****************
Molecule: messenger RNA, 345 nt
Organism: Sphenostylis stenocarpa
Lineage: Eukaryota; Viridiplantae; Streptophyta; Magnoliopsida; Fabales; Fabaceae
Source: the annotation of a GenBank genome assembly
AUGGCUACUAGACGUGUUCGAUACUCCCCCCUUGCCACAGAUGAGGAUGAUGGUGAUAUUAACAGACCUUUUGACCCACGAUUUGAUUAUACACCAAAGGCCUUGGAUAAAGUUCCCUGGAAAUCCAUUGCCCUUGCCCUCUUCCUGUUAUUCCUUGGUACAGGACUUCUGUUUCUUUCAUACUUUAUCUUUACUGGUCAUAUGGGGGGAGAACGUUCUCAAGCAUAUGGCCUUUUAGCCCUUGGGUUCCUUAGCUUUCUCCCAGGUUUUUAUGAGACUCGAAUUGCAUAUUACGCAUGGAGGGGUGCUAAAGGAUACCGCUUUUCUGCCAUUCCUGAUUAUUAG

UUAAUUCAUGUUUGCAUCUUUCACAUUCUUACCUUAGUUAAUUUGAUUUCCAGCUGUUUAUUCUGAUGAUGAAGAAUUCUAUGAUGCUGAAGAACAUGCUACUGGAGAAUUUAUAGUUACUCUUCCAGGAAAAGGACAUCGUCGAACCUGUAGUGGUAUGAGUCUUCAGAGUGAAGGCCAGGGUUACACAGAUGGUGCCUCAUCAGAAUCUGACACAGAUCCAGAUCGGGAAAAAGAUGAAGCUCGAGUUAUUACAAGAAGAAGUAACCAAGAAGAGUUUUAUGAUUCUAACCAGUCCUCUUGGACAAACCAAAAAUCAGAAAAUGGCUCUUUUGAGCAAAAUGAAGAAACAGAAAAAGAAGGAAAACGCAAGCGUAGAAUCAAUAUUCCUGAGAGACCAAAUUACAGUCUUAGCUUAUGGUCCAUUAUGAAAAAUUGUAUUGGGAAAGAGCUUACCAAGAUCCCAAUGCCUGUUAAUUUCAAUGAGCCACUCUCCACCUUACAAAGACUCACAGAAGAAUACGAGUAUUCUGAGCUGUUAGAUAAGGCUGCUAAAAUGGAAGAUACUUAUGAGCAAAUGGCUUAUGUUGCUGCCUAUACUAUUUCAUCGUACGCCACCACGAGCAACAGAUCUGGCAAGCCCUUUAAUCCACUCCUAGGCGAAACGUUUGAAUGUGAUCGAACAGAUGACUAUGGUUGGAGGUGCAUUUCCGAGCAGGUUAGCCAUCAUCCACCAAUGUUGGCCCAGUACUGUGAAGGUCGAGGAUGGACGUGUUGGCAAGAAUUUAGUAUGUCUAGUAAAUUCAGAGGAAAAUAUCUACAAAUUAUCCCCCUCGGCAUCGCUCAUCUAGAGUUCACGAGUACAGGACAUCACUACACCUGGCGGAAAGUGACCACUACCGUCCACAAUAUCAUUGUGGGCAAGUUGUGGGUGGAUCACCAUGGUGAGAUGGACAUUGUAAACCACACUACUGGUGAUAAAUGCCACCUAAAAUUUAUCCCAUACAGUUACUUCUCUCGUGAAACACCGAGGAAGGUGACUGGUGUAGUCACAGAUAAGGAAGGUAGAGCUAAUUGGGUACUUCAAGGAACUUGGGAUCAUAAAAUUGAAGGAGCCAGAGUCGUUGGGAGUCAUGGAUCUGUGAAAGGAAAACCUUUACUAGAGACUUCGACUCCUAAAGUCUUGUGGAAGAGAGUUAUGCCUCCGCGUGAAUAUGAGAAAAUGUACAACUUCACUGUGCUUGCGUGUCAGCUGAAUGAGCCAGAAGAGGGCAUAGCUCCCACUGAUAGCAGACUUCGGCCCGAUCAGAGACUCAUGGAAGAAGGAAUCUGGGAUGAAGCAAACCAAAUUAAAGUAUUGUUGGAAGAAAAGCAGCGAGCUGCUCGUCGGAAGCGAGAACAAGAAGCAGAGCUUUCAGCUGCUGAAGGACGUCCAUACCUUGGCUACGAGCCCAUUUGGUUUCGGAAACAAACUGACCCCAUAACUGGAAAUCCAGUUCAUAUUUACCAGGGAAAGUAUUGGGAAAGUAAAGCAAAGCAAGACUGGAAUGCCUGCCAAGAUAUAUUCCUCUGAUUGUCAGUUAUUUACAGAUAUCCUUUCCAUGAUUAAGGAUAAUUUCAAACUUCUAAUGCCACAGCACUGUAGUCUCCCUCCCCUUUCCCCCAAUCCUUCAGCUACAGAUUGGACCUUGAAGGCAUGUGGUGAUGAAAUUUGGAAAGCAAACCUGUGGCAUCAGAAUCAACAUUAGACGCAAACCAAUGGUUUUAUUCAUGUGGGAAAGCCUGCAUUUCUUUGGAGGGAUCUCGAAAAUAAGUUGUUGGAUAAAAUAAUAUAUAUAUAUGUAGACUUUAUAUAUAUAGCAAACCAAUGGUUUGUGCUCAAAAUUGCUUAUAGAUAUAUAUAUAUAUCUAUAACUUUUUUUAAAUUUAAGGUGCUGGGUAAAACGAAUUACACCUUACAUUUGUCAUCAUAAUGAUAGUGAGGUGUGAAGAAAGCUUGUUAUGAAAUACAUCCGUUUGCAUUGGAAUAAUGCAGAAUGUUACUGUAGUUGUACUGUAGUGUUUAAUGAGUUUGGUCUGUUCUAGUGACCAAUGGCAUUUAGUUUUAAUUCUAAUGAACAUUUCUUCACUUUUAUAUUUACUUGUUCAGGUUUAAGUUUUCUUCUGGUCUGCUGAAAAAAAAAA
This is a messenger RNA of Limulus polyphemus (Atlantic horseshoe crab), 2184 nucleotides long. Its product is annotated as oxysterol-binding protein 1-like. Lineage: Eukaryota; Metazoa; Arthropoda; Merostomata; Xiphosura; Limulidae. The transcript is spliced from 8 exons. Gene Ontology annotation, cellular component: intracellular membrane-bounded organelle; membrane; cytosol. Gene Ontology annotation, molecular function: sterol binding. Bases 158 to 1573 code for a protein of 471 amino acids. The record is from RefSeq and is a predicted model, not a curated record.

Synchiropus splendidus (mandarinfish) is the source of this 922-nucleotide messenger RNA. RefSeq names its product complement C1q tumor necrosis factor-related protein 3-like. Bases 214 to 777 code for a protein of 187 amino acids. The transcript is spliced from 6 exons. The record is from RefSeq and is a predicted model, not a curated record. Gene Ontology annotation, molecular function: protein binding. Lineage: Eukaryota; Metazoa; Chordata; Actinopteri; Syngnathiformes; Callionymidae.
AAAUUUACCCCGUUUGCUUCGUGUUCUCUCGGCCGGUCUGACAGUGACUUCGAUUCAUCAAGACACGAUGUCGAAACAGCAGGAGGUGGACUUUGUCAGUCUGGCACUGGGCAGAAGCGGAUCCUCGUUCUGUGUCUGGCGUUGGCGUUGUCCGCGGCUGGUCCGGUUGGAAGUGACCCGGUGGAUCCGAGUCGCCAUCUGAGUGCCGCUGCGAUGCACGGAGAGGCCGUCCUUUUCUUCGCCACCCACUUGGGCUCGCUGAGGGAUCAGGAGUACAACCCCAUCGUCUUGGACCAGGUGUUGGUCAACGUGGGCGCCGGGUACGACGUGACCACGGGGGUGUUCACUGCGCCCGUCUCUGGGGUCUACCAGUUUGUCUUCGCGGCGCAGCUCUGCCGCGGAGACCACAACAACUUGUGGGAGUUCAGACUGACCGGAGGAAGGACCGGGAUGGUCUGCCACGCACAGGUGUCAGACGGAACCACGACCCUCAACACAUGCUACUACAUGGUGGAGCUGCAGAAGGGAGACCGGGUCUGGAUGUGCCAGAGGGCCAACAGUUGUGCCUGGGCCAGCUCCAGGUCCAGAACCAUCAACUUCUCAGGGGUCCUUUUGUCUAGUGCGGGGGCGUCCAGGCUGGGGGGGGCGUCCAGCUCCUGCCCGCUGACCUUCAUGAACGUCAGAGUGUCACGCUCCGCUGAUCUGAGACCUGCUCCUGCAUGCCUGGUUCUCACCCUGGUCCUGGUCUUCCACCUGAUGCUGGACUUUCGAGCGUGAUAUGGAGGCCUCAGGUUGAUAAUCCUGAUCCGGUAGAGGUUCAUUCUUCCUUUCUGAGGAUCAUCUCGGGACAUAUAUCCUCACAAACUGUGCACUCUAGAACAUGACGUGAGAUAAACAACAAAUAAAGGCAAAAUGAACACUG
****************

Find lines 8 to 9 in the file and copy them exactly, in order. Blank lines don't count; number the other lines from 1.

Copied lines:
Synchiropus splendidus (mandarinfish) is the source of this 922-nucleotide messenger RNA. RefSeq names its product complement C1q tumor necrosis factor-related protein 3-like. Bases 214 to 777 code for a protein of 187 amino acids. The transcript is spliced from 6 exons. The record is from RefSeq and is a predicted model, not a curated record. Gene Ontology annotation, molecular function: protein binding. Lineage: Eukaryota; Metazoa; Chordata; Actinopteri; Syngnathiformes; Callionymidae.
AAAUUUACCCCGUUUGCUUCGUGUUCUCUCGGCCGGUCUGACAGUGACUUCGAUUCAUCAAGACACGAUGUCGAAACAGCAGGAGGUGGACUUUGUCAGUCUGGCACUGGGCAGAAGCGGAUCCUCGUUCUGUGUCUGGCGUUGGCGUUGUCCGCGGCUGGUCCGGUUGGAAGUGACCCGGUGGAUCCGAGUCGCCAUCUGAGUGCCGCUGCGAUGCACGGAGAGGCCGUCCUUUUCUUCGCCACCCACUUGGGCUCGCUGAGGGAUCAGGAGUACAACCCCAUCGUCUUGGACCAGGUGUUGGUCAACGUGGGCGCCGGGUACGACGUGACCACGGGGGUGUUCACUGCGCCCGUCUCUGGGGUCUACCAGUUUGUCUUCGCGGCGCAGCUCUGCCGCGGAGACCACAACAACUUGUGGGAGUUCAGACUGACCGGAGGAAGGACCGGGAUGGUCUGCCACGCACAGGUGUCAGACGGAACCACGACCCUCAACACAUGCUACUACAUGGUGGAGCUGCAGAAGGGAGACCGGGUCUGGAUGUGCCAGAGGGCCAACAGUUGUGCCUGGGCCAGCUCCAGGUCCAGAACCAUCAACUUCUCAGGGGUCCUUUUGUCUAGUGCGGGGGCGUCCAGGCUGGGGGGGGCGUCCAGCUCCUGCCCGCUGACCUUCAUGAACGUCAGAGUGUCACGCUCCGCUGAUCUGAGACCUGCUCCUGCAUGCCUGGUUCUCACCCUGGUCCUGGUCUUCCACCUGAUGCUGGACUUUCGAGCGUGAUAUGGAGGCCUCAGGUUGAUAAUCCUGAUCCGGUAGAGGUUCAUUCUUCCUUUCUGAGGAUCAUCUCGGGACAUAUAUCCUCACAAACUGUGCACUCUAGAACAUGACGUGAGAUAAACAACAAAUAAAGGCAAAAUGAACACUG